The inquiry was conducted behind closed doors , despite original promises by the Defence Department to make it "transparent".
The federal Opposition said yesterday that the inquiry's findings raised more questions than they answered.
April 17, 2003 Thursday All-round Country Edition
SAS soldier to face trial for body kick
AN SAS soldier has been charged with mistreating a corpse after an exhaustive inquiry into allegations of misconduct by Australian troops in East Timor in 1999.
But allegations that Diggers unlawfully killed a militiaman and mistreated prisoners were found to be unsubstantiated following the two-year inquiry into 19 reports of misconduct against Australian soldiers in the Interim Force in East Timor.
However, rules of engagement will be tightened to include stricter controls over the manner in which detainees are interrogated.
The inquiry followed an ambush near Suai on October 6, 1999, in which two militiamen were killed.
Army chief Lieutenant-General Peter Leahy said yesterday 13 of the allegations had been found to be unsubstantiated. In addition to the charge of mistreatment of a corpse, another soldier had been counselled for harassing a colleague after the inquiry had been launched.
Elements of a further four allegations, relating to the mistreatment of up to 15 militia who where captured the same day and flown to Dili for interrogation, "were found to be substantiated, but no offences had been committed", he said.
the detainees were deprived of sleep and tied.
However, he said the actions were consistent with Australia's international legal obligations.
The soldier charged with mistreatment of a dead body will face trial before a defence force magistrate on May 2. The trial will be public but the name of the accused and all witnesses will be suppressed.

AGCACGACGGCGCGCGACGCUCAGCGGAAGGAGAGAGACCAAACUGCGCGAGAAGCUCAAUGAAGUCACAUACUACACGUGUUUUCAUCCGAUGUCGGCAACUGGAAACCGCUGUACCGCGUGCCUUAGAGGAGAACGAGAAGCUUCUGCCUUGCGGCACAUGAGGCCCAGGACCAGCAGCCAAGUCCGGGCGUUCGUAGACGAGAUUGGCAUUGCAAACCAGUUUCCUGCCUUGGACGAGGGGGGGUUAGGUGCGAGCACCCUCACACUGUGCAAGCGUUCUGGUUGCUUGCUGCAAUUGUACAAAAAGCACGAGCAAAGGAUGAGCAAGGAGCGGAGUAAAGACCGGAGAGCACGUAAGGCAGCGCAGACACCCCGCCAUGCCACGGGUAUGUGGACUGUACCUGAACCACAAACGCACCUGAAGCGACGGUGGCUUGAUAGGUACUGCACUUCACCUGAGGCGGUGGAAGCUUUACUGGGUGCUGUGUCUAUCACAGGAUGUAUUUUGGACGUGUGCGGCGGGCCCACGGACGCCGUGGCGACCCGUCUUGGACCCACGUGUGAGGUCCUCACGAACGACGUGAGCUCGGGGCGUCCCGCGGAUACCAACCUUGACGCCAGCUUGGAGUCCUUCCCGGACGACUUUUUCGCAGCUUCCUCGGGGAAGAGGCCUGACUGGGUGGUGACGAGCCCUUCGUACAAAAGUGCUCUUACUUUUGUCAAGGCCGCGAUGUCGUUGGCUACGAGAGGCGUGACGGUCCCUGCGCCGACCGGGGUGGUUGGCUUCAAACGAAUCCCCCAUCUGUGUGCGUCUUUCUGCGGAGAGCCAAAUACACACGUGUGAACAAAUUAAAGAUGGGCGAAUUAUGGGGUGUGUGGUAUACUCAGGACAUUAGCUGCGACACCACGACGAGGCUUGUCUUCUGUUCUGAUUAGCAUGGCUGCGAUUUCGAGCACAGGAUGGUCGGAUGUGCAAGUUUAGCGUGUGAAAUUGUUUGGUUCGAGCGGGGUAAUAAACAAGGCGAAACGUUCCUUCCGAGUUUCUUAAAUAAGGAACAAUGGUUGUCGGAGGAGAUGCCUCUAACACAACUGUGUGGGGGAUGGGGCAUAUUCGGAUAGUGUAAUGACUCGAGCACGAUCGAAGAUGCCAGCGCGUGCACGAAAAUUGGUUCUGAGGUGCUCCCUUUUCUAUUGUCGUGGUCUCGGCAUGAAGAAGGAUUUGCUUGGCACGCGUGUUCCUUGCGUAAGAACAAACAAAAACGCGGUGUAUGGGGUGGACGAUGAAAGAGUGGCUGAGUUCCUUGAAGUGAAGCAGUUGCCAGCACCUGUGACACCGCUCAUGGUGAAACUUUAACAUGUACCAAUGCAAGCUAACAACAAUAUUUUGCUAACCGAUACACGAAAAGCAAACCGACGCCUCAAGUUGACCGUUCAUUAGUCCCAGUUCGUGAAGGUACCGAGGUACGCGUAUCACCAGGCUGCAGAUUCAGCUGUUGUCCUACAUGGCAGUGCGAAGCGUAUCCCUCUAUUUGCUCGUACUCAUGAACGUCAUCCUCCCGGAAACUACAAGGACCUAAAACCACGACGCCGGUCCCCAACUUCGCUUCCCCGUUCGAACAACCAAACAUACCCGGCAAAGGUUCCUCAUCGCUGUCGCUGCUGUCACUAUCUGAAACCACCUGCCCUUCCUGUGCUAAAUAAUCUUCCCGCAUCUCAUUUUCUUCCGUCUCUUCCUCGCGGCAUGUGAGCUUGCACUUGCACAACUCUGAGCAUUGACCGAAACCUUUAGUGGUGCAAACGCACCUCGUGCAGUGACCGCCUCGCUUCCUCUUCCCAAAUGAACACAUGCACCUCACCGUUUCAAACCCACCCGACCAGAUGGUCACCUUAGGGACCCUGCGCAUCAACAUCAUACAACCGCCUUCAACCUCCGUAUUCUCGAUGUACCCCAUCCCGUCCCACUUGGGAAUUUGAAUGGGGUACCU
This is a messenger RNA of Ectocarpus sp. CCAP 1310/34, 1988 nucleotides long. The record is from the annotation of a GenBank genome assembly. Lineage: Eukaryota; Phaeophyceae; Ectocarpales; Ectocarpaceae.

"He continues serving. He's on duty. But he's innocent until proven guilty," Lieutenant-General Leahy said.
"Army demands the highest standards of behaviour from our soldiers. There is no place for unacceptable or inappropriate behaviour.
"The allegations went to the heart of Australian army values and the bond of trust that exists between the Australian public and the army."
Asked whether the incidents could result in changes to army rules on the treatment of corpses and treatment of detainees, Lieutenant-General Leahy said they were "two particular positions that we're going to have a look at".
Wayne Douglas, a friend of the charged SAS soldier and a former SAS intelligence officer in East Timor, said last night there were circumstances under which a soldier might need to kick a dead combatant.
"If you were in a contact with someone firing at you and you are returning fire it could well happen," said Mr Douglas, who has now left the ADF.
"As you sweep forward you kick the weapon away from the body, and kick the body to determine whether there's still a threat."
A defence force source told The Australian there could be circumstances in the heat of battle where a soldier used a foot to turn over a combatant, to determine whether they were alive or dead.